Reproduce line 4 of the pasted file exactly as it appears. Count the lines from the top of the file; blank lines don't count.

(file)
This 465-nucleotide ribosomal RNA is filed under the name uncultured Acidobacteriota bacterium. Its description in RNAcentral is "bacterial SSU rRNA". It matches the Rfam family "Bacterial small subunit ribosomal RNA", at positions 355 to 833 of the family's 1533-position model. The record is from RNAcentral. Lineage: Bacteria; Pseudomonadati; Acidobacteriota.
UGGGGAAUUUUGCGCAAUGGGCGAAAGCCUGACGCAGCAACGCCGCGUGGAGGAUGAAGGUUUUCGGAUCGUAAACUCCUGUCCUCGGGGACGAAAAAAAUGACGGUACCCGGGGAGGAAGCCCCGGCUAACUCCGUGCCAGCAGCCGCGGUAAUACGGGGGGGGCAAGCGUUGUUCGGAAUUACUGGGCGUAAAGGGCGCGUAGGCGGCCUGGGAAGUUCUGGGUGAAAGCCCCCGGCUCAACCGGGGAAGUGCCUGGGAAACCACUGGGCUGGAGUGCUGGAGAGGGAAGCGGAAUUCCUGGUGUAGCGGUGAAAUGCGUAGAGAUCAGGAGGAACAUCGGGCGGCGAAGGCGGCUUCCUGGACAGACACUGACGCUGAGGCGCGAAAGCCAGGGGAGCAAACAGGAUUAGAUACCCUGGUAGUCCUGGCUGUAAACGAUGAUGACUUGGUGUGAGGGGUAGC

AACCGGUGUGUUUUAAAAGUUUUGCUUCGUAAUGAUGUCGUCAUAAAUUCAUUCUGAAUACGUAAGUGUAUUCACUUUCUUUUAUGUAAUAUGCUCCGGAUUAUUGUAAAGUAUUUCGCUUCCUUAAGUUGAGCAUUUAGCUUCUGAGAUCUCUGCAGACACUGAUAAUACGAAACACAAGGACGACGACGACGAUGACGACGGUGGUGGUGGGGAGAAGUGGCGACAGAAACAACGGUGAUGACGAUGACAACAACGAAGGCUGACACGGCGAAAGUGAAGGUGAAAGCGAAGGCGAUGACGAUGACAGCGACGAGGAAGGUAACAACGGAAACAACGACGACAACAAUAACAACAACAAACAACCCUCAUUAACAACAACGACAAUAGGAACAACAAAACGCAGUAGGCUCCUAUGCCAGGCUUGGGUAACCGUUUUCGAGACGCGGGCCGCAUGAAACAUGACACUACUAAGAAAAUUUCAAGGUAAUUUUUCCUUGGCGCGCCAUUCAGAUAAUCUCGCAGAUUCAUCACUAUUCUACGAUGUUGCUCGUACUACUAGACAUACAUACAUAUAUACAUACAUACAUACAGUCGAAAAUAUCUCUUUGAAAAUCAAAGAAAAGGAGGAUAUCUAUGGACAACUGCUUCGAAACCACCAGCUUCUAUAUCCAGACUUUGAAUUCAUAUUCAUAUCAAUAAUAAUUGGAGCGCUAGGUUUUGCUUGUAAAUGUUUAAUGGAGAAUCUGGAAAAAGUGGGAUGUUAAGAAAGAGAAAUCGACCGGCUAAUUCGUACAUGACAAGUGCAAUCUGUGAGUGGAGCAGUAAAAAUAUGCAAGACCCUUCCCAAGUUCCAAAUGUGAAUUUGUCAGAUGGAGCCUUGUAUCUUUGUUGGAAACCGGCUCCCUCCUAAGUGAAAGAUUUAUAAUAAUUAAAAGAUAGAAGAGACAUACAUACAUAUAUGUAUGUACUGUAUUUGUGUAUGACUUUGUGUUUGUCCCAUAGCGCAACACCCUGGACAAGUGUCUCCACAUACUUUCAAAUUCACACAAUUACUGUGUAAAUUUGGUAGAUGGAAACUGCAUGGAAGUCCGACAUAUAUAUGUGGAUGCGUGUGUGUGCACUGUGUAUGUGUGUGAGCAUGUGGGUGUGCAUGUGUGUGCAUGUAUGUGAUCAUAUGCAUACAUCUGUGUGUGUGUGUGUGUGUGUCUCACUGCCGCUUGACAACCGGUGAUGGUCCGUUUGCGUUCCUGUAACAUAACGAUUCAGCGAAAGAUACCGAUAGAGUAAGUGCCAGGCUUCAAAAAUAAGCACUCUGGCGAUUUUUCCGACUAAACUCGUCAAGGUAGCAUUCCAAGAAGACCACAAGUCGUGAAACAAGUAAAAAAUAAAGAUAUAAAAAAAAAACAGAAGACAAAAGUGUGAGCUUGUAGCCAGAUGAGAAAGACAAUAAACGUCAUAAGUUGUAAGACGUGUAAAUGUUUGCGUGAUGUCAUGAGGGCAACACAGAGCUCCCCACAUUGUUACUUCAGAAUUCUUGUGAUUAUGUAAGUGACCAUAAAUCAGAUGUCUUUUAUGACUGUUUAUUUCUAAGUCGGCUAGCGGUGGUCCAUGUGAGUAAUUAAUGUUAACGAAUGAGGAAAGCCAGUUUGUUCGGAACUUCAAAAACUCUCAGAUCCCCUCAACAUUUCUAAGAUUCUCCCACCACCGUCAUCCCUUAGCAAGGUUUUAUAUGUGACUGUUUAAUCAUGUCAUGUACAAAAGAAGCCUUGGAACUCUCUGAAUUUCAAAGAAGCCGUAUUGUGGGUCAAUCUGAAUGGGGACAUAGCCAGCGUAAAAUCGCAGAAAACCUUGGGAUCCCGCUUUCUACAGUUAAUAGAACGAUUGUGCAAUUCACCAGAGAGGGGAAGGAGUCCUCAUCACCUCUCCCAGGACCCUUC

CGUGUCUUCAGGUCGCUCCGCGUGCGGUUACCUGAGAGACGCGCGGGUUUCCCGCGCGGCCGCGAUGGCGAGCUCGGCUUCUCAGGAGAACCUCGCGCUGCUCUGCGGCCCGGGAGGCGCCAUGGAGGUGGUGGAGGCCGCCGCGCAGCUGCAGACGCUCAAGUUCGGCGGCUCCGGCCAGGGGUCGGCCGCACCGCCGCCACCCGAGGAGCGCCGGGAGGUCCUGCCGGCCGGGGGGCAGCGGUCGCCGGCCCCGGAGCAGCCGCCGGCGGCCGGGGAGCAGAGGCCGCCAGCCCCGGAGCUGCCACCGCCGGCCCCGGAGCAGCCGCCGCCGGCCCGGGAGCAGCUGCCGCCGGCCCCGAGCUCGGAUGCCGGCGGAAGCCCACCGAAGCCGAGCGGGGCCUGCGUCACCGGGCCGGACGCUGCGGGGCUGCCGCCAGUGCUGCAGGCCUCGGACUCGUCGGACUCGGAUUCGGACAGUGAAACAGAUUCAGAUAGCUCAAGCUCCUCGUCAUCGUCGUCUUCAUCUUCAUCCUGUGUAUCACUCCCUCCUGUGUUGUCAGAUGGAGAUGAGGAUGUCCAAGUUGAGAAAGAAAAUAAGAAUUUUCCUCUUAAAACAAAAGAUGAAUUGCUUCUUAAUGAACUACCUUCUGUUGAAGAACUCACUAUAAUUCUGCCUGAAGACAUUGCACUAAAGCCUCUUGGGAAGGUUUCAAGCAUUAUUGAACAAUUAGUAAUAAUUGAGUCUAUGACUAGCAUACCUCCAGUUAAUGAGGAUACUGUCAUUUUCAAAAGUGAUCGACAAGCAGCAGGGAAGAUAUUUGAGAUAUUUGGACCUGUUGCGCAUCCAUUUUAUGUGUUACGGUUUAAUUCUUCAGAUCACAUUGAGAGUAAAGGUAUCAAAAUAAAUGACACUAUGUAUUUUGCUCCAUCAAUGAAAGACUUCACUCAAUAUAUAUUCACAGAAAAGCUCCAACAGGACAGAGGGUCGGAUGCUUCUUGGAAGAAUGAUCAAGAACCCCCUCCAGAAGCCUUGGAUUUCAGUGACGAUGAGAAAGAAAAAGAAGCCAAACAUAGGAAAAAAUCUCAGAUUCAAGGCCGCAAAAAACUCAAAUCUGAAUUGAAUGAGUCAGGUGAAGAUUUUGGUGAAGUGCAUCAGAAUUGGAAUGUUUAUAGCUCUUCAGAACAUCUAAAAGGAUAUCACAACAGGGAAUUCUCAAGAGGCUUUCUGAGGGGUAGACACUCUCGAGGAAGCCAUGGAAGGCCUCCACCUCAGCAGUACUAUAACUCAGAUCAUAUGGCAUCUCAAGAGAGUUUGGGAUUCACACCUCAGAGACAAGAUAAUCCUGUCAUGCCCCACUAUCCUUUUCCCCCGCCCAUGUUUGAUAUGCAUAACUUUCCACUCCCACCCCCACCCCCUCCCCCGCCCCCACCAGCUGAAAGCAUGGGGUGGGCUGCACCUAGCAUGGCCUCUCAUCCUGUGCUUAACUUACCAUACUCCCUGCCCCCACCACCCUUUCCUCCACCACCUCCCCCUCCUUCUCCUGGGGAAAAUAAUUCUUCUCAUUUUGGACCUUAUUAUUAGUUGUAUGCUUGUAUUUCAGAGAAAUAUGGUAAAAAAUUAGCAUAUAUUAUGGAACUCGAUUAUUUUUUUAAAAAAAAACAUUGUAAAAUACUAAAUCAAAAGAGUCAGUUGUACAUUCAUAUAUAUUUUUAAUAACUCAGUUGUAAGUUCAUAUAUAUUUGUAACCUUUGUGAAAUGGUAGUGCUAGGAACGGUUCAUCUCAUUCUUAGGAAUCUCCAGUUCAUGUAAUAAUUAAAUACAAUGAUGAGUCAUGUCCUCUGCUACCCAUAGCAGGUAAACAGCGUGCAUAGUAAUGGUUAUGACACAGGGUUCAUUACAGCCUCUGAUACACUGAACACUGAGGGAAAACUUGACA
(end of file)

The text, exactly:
CGUGUCUUCAGGUCGCUCCGCGUGCGGUUACCUGAGAGACGCGCGGGUUUCCCGCGCGGCCGCGAUGGCGAGCUCGGCUUCUCAGGAGAACCUCGCGCUGCUCUGCGGCCCGGGAGGCGCCAUGGAGGUGGUGGAGGCCGCCGCGCAGCUGCAGACGCUCAAGUUCGGCGGCUCCGGCCAGGGGUCGGCCGCACCGCCGCCACCCGAGGAGCGCCGGGAGGUCCUGCCGGCCGGGGGGCAGCGGUCGCCGGCCCCGGAGCAGCCGCCGGCGGCCGGGGAGCAGAGGCCGCCAGCCCCGGAGCUGCCACCGCCGGCCCCGGAGCAGCCGCCGCCGGCCCGGGAGCAGCUGCCGCCGGCCCCGAGCUCGGAUGCCGGCGGAAGCCCACCGAAGCCGAGCGGGGCCUGCGUCACCGGGCCGGACGCUGCGGGGCUGCCGCCAGUGCUGCAGGCCUCGGACUCGUCGGACUCGGAUUCGGACAGUGAAACAGAUUCAGAUAGCUCAAGCUCCUCGUCAUCGUCGUCUUCAUCUUCAUCCUGUGUAUCACUCCCUCCUGUGUUGUCAGAUGGAGAUGAGGAUGUCCAAGUUGAGAAAGAAAAUAAGAAUUUUCCUCUUAAAACAAAAGAUGAAUUGCUUCUUAAUGAACUACCUUCUGUUGAAGAACUCACUAUAAUUCUGCCUGAAGACAUUGCACUAAAGCCUCUUGGGAAGGUUUCAAGCAUUAUUGAACAAUUAGUAAUAAUUGAGUCUAUGACUAGCAUACCUCCAGUUAAUGAGGAUACUGUCAUUUUCAAAAGUGAUCGACAAGCAGCAGGGAAGAUAUUUGAGAUAUUUGGACCUGUUGCGCAUCCAUUUUAUGUGUUACGGUUUAAUUCUUCAGAUCACAUUGAGAGUAAAGGUAUCAAAAUAAAUGACACUAUGUAUUUUGCUCCAUCAAUGAAAGACUUCACUCAAUAUAUAUUCACAGAAAAGCUCCAACAGGACAGAGGGUCGGAUGCUUCUUGGAAGAAUGAUCAAGAACCCCCUCCAGAAGCCUUGGAUUUCAGUGACGAUGAGAAAGAAAAAGAAGCCAAACAUAGGAAAAAAUCUCAGAUUCAAGGCCGCAAAAAACUCAAAUCUGAAUUGAAUGAGUCAGGUGAAGAUUUUGGUGAAGUGCAUCAGAAUUGGAAUGUUUAUAGCUCUUCAGAACAUCUAAAAGGAUAUCACAACAGGGAAUUCUCAAGAGGCUUUCUGAGGGGUAGACACUCUCGAGGAAGCCAUGGAAGGCCUCCACCUCAGCAGUACUAUAACUCAGAUCAUAUGGCAUCUCAAGAGAGUUUGGGAUUCACACCUCAGAGACAAGAUAAUCCUGUCAUGCCCCACUAUCCUUUUCCCCCGCCCAUGUUUGAUAUGCAUAACUUUCCACUCCCACCCCCACCCCCUCCCCCGCCCCCACCAGCUGAAAGCAUGGGGUGGGCUGCACCUAGCAUGGCCUCUCAUCCUGUGCUUAACUUACCAUACUCCCUGCCCCCACCACCCUUUCCUCCACCACCUCCCCCUCCUUCUCCUGGGGAAAAUAAUUCUUCUCAUUUUGGACCUUAUUAUUAGUUGUAUGCUUGUAUUUCAGAGAAAUAUGGUAAAAAAUUAGCAUAUAUUAUGGAACUCGAUUAUUUUUUUAAAAAAAAACAUUGUAAAAUACUAAAUCAAAAGAGUCAGUUGUACAUUCAUAUAUAUUUUUAAUAACUCAGUUGUAAGUUCAUAUAUAUUUGUAACCUUUGUGAAAUGGUAGUGCUAGGAACGGUUCAUCUCAUUCUUAGGAAUCUCCAGUUCAUGUAAUAAUUAAAUACAAUGAUGAGUCAUGUCCUCUGCUACCCAUAGCAGGUAAACAGCGUGCAUAGUAAUGGUUAUGACACAGGGUUCAUUACAGCCUCUGAUACACUGAACACUGAGGGAAAACUUGACA